BitShares SmartCoins. They might be smart, but are they really stable?
Thursday 20 August 2015
BitShares is releasing a series of ‘pegged’ coins that are supposed to be immune from crypto’s signature volatility. But can we trust them?
Along with security, it’s one of the biggest problems in crypto. It might be nice to have control over your own money, but who would want that at the price of knowing the value of their account might fluctuate wildly over the course of a week, let alone months or years? In a short series, we'll be looking at some of the solutions out there.
Read also: Pegged - keeping bitcoin stable
There are various approaches to the problem of volatility in crypto. There a few centralised fiat-pegged assets - basically IOUs, which means you have to trust the issuer not to disappear or go bankrupt. As BitShares put it themselves, ‘History has repeatedly proven that issuers eventually go bankrupt due to fraud, incompetence, or government intervention. ’
Reliable decentralised solutions are few. BitShares claim, ‘A SmartCoin is a cryptocurrency whose value is pegged to that of another asset, such as the US Dollar or gold. SmartCoins always have 100% or more of their value backed by the BitShares core currency, BTS, to which they can be converted at any time at an exchange rate set by a trustworthy price feed. In all but the most extreme market conditions, SmartCoins are guaranteed to be worth at least their face value (and perhaps more, in some circumstances).’
BitShares uses the idea of a contract for difference to create a pegged asset. These are 200% collateralised (that is, each $1 of currency has $2 worth of currency to protect against moving prices). One party in the deal gets price stability, the other gets a leveraged bet on the outcome.
Hopefully BitShares will pan out just fine, but it will be a long way down if it fails.
Fair enough. There’s the small matter of having to collateralise each BitUSD, or BitWhatever, with double the price of the actual asset, but it’s a neat idea for the end user. It’s gaining some traction, too: Danish exchange CCEDK will be using it for their NanoCard, which will allow realtime crypto-to-fiat payments on a debit card, from funds stored in a crypto address.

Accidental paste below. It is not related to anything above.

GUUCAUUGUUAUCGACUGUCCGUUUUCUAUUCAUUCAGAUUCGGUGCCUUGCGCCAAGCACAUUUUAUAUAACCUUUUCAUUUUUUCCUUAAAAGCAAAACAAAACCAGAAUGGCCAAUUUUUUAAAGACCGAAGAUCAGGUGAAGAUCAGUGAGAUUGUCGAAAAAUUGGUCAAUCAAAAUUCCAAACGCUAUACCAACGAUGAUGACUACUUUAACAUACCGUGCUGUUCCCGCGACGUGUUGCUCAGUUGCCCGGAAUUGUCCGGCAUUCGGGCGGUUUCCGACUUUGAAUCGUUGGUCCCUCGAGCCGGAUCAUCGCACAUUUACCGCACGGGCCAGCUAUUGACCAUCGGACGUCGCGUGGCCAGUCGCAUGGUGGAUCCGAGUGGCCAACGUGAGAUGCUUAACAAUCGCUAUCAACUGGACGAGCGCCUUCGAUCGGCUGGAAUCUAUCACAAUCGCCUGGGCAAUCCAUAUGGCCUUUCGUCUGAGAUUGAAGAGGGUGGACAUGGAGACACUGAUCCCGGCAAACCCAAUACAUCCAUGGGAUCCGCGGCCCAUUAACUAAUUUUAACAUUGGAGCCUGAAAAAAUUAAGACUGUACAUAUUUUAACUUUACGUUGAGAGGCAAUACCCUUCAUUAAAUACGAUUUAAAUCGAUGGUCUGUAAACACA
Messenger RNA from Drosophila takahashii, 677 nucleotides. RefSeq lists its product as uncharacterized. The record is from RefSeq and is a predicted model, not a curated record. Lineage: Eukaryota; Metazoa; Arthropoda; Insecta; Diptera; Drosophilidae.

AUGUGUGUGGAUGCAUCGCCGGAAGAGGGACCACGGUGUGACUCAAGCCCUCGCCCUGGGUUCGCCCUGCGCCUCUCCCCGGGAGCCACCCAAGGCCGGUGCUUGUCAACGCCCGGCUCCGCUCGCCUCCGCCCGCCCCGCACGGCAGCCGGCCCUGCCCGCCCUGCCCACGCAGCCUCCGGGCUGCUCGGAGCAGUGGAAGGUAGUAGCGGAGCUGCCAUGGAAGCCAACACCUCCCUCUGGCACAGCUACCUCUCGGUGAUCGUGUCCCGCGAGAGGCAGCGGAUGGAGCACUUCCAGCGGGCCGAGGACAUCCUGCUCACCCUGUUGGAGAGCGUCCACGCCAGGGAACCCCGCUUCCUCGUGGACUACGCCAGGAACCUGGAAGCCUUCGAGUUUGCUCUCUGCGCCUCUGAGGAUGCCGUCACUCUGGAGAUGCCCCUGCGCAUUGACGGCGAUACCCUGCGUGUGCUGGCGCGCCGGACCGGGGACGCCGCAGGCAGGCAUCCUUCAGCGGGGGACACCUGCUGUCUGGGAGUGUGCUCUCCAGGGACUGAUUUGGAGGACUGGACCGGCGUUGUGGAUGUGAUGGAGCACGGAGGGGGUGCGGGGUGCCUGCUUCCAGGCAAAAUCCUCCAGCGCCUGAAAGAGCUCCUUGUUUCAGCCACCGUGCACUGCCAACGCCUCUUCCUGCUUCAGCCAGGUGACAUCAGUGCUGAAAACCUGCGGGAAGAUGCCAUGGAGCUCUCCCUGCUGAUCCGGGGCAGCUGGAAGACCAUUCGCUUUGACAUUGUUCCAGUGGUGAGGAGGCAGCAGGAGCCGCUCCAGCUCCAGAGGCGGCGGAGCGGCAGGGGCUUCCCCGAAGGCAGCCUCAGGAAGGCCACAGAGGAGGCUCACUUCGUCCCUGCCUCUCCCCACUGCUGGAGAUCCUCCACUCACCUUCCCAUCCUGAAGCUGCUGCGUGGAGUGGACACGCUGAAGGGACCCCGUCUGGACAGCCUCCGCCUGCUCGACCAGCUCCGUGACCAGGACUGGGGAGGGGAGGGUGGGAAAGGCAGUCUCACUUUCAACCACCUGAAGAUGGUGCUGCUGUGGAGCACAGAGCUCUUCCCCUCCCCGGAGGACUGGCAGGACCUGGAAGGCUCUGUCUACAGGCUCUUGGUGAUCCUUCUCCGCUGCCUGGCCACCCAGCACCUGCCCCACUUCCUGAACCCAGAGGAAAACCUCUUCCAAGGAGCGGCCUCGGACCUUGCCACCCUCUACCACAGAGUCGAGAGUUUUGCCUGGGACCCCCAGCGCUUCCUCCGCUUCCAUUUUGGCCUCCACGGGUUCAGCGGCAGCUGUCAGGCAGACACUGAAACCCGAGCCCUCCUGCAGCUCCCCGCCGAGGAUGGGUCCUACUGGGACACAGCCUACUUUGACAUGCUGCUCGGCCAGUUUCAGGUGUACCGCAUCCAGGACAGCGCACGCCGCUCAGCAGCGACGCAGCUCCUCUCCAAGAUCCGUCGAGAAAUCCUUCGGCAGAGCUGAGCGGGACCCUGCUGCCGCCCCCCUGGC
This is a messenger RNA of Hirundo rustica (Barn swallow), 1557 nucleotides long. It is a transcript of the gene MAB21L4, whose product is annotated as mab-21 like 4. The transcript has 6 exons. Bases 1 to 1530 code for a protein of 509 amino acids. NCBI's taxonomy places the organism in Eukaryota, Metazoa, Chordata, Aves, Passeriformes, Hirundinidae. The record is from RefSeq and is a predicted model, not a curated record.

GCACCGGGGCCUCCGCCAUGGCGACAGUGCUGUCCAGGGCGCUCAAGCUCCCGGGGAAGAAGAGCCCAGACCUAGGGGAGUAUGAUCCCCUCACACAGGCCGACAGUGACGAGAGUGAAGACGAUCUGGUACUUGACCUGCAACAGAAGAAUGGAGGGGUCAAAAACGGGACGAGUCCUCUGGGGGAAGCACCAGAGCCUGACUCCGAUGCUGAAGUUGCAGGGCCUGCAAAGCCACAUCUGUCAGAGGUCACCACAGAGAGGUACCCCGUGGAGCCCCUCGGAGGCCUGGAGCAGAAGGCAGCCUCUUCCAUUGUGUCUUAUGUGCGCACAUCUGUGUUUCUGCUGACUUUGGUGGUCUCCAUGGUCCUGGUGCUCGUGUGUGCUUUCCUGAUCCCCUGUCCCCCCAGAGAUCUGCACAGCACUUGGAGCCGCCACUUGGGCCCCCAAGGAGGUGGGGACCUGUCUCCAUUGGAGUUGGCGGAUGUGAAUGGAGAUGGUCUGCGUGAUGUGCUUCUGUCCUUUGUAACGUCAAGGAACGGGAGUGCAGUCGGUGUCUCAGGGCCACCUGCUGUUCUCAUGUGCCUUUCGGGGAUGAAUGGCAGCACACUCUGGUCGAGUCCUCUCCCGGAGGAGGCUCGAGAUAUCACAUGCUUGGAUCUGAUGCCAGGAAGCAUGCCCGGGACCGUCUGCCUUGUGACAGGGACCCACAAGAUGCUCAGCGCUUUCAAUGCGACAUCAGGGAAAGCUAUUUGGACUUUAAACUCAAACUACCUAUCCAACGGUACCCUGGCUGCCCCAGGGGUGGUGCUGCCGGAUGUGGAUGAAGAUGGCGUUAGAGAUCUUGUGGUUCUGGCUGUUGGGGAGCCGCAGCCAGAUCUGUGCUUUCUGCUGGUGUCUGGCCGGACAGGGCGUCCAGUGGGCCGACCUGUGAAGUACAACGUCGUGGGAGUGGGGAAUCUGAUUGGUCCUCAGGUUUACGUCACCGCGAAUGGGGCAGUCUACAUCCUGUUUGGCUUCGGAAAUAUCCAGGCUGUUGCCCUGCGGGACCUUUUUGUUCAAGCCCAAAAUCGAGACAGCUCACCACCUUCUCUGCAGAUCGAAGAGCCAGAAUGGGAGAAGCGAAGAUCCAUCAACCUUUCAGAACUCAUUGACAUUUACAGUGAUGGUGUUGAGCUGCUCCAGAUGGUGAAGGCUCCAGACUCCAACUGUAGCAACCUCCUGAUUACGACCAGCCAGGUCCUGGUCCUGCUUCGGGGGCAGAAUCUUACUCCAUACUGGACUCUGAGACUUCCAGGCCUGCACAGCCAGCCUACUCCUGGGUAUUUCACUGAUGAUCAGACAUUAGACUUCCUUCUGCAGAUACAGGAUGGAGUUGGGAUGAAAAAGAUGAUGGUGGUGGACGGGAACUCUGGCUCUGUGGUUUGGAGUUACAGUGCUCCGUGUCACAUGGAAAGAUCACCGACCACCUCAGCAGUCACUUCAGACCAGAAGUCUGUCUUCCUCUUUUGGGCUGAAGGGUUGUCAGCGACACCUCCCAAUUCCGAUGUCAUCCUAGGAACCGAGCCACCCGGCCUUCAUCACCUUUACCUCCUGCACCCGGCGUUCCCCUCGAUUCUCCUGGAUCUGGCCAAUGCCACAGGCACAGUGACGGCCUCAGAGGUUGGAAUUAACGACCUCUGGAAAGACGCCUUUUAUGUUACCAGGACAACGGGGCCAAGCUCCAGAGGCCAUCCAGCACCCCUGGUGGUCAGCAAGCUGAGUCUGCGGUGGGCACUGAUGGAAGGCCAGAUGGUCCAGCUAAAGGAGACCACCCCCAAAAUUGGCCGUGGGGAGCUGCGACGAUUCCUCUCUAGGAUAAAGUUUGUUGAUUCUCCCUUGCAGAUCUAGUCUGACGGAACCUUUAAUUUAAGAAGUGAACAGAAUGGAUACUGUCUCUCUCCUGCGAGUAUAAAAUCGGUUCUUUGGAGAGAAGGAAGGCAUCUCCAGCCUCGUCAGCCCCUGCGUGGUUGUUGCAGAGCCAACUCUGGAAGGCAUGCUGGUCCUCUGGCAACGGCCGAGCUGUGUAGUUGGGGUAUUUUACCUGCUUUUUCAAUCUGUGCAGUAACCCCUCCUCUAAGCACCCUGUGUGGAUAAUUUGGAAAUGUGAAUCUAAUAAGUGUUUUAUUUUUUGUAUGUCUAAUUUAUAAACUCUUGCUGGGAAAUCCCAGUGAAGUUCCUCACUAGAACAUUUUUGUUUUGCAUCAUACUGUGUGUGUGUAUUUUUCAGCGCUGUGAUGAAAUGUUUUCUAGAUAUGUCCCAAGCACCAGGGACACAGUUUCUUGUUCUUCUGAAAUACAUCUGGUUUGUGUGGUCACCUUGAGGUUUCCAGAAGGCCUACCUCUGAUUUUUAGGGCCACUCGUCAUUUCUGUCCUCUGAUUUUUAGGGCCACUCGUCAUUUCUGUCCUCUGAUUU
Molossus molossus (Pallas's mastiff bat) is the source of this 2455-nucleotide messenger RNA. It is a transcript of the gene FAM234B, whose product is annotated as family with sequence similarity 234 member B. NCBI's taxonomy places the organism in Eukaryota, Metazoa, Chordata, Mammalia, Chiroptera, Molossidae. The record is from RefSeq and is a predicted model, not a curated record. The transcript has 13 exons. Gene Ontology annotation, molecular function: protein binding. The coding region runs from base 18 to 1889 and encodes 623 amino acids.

Quite how these will perform in reality - and particularly under stress - is unclear. Preston Byrne has been extremely sceptical about the idea, which he criticises in his BitMarmot saga (worth a read). The acknowledged risk with SmartCoins is what happens if BitShares itself crashes in value, thereby destroying the collateral required to keep the peg in place. That’s relatively unlikely on a day-to-day basis, but if there’s anything that crypto has shown us, it’s that volatility is normal. A loss of market confidence, a bursting bubble, an unintended fork - all of these things can destroy the value of a crypto in minutes.
So it makes me a little uneasy that the apparent solution to crypto’s extreme volatility is vulnerable to, well, extreme volatility.
BitShares have come up with an interesting solution to one of crypto’s major drawbacks. It’s not perfect. It will likely work most of the time, and hopefully all of the time. But when it goes wrong, if it goes wrong - it will be spectacularly catastrophic. Investors will immediately lose confidence in the platform, creating a self-reinforcing cascade of selling and further ruining the peg. Let's hope it never happens.
Meanwhile, there are other solutions to volatility, which I’ll be looking at in the coming weeks.
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